CATEGORIES Cinematical

Everyone Stares: The Police Inside Out, is a documentary about the punk/pop band derived from Super8 films shot by drummer Stewart Copeland. Sounds promising based on the level of access the director has to his subjects and the fact that the band broke up at the top of their game. After the break up fans were left with only their memories of a hard rocking Sting, who traded a kick-ass band for a life of Jazzy interludes on Light FM and sellout Jaguar commercials. In fact, sell out would be a kind assessment of Sting in the minds of most Police fans.

The film starts as the Police head out on their first US tour in the late seventies. This consists of long shots driving down the road and people cavorting in hotel rooms--nothing we haven't seen before. The voiceover from Copeland reveals little, and 40 minutes into the film I'm left wondering if anything will ever happen.

During all this time we're subjected to grainy, shaky video with horrible sound. It would be easy to forgive the poor quality of the video if it captured some rocking early performances, but the director/cameraman was too busy playing the drums at too many performance,s I guess.

Predictably the crowds develop from single digits to six figures, but the characters don't develop at all. The Police haven't said more than 20 lines to the camera 45 minutes into the film, and most surprisingly no one is taking drugs, fighting, or running around naked with groupies. Sting--who you would think would be an interesting person--has nothing to say.

Others on Everyone Stares: The Police Inside Out: Variety's Dennis Harvey was decidedly unimpressed, calling the film "a trite, whitewashed-to-blankness vanity project."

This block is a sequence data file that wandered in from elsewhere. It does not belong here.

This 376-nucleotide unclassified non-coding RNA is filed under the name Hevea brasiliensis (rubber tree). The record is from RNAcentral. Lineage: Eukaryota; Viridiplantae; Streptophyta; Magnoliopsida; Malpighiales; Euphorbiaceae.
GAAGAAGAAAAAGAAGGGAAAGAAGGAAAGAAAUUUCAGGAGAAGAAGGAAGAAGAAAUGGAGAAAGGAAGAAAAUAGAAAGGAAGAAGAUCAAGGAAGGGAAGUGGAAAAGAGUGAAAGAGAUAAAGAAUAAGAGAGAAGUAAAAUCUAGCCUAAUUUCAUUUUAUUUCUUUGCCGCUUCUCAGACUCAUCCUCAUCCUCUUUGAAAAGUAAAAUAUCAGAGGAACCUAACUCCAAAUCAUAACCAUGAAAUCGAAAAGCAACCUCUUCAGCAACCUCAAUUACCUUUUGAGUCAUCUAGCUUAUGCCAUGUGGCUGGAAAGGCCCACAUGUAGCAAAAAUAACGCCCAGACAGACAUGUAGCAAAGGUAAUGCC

Copeland's voice overs are strained and shallow. He laments how their luxurious hotel suites are The Man's way of sticking it to them: "Our people want us safe in our box until showtime." He complains about celebrity, "We are avatars." OK, sure.

An hour into the film Copeland finally works up the nerve to bring up Sting shutting them out: "this band is beginning to get on my nerves. Sting doesn't bring in half finished songs anymore, he is doing so much home work that there's not much room for new ideas.  His ideas are brilliant, but more and more we're stuck with them and he's liking it less and less when we mess with them."

The break up is given less than 60 seconds--in a poem:

"There are other things out there that we are missing.
Hollywood is knocking on Sting-go's door
Andy wants to play with his cameras more
and I want to know what this life is for.
You know what? We're done. When you get to where you're going the ride is over."

Thanks for that, but we invested an hour of lives with this film--we deserve a little more.

More happens before the opening credits of Sundance winner DIG, than in this entire film. Clearly rock stars shouldn't make films about themselves. Clearly Copeland is doing image control and is trying to write his own history. You've gotta think there are some more edgy scenes that were left out of this film, or never taped. Where are the screaming matches between Sting and his band members? Where are the pissed off fans criticizing Sting for destroying one of the best rock bands of the 80s?

Documentaries rise and fall with their credibility, and this film feels as credible as a father cutting a son's football highlights in slow motion to the Chariots of Fire soundtrack.

Someone should take this footage, add some objective 3rd parties commenting on The Police, and redo the voiceover to tell the real story. Until then, don't waste your time on this one.